Saturday, March 12, 2016

Unrealistic technological optimism inhibits technological progress

"A regenerative medicine specialist has called for a crackdown on the increasing number of doctors offering unproven stem cell treatments, as skepticism about the practice threatens a potentially groundbreaking clinical study."

Another newspaper story describes the details:

These headlines speak for themselves. Premature application of breakthrough medical technology can result in legal complications that may slow down the research. If the research area is discredited by premature application, future funding for the area may become more limited. 

Unfortunately, this same dynamic is seen in the life-extension area. In particular, cryonics has been promoted for a long time as a potential method to extend life. However, those in favor of a truly scientific approach feel that current methods discredit serious researchers

Kenneth Hayworth comments:
A rush to human application may sound humanitarian, but I believe it will only result in further delaying the eventual, inevitable embracing of cryonics (and other methods of brain preservation) by mainstream science and medicine. Simply put, rushing to human application will, in my opinion, only result in many more lives lost over the long run.


  1. While stem cells hold great promise, with hopes they could some day be harnessed to create replacement organs and cure such conditions as Parkinson's disease, macular degeneration-related blindness, diabetes and spinal cord injuries, the guidelines also caution researchers against "hyping" their results to the media and public.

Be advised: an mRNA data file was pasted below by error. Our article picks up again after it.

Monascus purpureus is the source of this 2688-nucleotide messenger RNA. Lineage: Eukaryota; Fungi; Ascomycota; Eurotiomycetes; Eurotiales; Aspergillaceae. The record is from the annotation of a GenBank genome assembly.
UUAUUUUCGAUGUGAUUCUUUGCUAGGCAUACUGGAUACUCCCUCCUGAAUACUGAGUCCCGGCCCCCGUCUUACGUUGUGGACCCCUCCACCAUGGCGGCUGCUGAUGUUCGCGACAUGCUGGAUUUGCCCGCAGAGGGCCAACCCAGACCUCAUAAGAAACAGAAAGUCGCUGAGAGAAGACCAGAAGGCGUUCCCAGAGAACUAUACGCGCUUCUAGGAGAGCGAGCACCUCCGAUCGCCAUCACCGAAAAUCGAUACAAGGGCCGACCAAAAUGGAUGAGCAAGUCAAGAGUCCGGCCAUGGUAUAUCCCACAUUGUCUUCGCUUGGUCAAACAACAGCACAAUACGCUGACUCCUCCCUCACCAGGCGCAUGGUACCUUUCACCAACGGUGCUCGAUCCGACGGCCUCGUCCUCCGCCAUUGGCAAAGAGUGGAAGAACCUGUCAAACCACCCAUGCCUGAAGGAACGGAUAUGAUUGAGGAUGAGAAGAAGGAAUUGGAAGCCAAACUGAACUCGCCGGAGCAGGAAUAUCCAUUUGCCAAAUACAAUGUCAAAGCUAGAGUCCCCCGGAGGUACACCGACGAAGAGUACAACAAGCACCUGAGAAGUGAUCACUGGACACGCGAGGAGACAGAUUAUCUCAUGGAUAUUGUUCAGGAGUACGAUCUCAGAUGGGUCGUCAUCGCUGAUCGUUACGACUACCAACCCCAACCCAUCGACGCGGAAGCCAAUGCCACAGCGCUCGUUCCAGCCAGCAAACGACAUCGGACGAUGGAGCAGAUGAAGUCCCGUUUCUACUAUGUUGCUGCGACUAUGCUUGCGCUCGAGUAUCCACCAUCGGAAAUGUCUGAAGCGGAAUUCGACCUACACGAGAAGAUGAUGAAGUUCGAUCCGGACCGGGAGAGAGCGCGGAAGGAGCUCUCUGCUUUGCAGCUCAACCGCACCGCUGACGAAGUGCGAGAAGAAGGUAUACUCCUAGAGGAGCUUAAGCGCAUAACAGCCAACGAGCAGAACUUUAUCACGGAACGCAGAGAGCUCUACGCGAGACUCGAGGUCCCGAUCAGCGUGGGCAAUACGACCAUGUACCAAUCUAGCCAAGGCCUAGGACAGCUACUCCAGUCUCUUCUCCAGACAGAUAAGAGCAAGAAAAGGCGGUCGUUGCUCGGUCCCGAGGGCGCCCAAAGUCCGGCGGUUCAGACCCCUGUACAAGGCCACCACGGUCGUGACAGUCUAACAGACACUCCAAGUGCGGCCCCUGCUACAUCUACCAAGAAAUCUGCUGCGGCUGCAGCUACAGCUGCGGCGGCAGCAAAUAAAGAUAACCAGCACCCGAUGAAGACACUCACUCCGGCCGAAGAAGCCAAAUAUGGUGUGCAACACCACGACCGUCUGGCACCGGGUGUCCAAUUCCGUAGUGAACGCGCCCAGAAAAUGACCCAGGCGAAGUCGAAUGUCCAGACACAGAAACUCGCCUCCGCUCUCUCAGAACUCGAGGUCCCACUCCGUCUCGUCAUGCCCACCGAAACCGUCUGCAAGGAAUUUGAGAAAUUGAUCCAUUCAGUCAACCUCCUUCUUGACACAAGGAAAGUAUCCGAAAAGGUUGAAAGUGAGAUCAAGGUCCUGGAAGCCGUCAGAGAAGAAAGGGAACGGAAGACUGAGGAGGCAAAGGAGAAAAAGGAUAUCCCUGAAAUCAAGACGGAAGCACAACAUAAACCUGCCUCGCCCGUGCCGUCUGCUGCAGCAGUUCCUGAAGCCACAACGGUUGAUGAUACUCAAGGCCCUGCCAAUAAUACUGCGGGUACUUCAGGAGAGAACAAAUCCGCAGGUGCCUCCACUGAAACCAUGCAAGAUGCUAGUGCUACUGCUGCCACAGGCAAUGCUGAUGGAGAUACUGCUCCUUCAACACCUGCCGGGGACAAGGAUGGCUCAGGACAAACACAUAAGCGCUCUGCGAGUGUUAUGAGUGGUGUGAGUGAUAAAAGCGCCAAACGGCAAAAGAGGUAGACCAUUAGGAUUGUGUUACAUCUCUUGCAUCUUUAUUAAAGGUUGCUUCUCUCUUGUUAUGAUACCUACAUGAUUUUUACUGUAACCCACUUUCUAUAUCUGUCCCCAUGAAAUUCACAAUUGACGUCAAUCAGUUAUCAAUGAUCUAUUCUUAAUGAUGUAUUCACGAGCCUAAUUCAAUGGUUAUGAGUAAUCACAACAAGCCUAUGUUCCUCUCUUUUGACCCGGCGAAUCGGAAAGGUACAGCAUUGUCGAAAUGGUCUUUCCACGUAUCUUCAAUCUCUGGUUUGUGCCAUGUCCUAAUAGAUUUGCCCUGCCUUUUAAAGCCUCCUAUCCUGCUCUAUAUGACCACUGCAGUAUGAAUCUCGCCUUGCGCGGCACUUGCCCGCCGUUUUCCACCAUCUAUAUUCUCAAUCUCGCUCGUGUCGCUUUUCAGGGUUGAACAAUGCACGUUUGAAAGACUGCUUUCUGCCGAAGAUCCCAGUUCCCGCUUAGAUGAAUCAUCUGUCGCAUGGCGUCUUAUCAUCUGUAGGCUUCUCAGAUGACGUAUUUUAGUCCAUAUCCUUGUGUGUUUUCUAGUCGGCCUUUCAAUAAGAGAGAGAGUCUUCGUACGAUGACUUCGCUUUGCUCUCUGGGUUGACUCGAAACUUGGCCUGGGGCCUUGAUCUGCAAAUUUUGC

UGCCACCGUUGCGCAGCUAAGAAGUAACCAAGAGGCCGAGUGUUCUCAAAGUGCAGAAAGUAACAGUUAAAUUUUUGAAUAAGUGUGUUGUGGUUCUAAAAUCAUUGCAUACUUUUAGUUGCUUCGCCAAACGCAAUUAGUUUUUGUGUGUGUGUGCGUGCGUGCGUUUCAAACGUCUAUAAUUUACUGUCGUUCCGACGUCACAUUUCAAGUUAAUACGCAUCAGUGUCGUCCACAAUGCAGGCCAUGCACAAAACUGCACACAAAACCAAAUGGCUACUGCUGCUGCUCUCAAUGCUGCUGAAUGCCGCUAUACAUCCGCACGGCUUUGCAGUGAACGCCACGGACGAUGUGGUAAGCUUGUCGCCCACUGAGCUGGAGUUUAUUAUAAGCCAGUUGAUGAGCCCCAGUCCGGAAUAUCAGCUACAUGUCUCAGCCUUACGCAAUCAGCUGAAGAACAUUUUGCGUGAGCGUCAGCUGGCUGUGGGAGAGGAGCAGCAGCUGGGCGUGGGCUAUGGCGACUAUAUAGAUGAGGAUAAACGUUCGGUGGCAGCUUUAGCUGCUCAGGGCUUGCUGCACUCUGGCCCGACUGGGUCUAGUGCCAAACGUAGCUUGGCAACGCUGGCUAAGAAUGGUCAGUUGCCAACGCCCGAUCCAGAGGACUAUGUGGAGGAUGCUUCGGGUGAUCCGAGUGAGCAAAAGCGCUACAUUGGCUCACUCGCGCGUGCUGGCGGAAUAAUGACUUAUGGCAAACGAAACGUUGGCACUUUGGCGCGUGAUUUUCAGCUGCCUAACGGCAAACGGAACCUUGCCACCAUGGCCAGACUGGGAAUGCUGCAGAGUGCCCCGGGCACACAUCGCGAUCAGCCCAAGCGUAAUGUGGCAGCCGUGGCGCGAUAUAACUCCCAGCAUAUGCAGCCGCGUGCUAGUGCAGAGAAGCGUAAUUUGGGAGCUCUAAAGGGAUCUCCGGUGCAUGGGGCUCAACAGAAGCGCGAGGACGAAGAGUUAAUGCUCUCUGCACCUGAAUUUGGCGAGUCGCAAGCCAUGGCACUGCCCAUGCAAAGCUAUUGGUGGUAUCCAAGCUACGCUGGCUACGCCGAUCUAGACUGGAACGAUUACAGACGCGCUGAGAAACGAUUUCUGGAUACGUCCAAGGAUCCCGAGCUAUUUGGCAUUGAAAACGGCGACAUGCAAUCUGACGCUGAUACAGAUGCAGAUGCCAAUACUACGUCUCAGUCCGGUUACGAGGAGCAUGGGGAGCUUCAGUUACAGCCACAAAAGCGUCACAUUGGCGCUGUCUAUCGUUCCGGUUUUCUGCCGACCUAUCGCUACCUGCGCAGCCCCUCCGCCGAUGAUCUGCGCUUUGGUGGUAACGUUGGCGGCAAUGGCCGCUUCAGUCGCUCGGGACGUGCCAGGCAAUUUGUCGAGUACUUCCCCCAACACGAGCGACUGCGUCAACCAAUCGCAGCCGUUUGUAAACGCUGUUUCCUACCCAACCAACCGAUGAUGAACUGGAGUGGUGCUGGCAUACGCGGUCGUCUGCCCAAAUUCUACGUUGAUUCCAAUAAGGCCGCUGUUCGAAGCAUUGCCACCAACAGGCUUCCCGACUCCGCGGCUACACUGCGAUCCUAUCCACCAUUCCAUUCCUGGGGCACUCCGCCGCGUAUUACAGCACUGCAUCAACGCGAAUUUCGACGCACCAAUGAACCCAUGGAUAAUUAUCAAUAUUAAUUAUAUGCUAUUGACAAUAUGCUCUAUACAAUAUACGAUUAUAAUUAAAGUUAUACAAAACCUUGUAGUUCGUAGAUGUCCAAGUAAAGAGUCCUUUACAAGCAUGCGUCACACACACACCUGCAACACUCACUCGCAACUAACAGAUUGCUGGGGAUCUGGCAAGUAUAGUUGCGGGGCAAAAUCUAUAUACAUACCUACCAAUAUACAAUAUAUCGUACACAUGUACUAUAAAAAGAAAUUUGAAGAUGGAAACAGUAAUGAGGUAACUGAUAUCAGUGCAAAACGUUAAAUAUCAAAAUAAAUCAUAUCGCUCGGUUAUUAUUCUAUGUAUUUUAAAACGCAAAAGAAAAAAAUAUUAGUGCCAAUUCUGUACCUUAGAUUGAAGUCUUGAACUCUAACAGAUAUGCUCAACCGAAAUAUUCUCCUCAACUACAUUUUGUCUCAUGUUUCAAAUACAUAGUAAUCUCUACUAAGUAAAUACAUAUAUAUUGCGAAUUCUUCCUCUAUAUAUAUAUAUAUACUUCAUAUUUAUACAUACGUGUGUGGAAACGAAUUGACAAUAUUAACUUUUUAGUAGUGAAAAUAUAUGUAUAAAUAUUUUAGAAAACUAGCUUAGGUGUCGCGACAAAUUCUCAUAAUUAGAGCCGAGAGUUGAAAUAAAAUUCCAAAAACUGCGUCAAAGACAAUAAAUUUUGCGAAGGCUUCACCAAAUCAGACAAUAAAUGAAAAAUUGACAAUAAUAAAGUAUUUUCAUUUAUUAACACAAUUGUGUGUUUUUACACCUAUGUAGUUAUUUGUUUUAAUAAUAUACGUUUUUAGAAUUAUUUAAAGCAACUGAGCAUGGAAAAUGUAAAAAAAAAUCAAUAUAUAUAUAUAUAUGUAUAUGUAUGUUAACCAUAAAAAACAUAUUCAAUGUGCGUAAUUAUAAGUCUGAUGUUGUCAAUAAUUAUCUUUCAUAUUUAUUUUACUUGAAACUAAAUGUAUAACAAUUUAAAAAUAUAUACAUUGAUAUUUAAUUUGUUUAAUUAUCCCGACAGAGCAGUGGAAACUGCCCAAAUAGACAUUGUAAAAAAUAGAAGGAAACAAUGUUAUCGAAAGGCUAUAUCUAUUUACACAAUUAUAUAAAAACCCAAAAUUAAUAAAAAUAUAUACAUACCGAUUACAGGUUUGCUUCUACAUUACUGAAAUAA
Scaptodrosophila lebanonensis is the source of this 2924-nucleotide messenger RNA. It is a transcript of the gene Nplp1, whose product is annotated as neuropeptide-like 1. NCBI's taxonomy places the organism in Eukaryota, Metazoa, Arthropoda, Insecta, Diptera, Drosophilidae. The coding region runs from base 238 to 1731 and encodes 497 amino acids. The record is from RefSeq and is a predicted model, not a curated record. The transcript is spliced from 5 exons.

2. Q: Has the first person to eventually live to their 200th birthday already been born?
    A: No, probably not — and, in fact, this question is almost beside the point. The primary goal of scientists like Olshansky who study longevity is not to extend life, per se; it’s more about extending the healthy years of a person’s life. He writes:

    The idea that the first person to live to 150 or 200 or 1,000 or 10,000 years has already being born is hype cooked up by some who want to advocate for radical life extension. All of these numbers are made up out of thin air — they’re designed to get the attention of the media, and frankly, this makes it more difficult to get funding for aging science because funders have no interest in creating a new set of challenges that would come with people living for hundreds or thousands of years. Keep in mind that life extension is not the primary goal of aging science; health extension is the primary goal.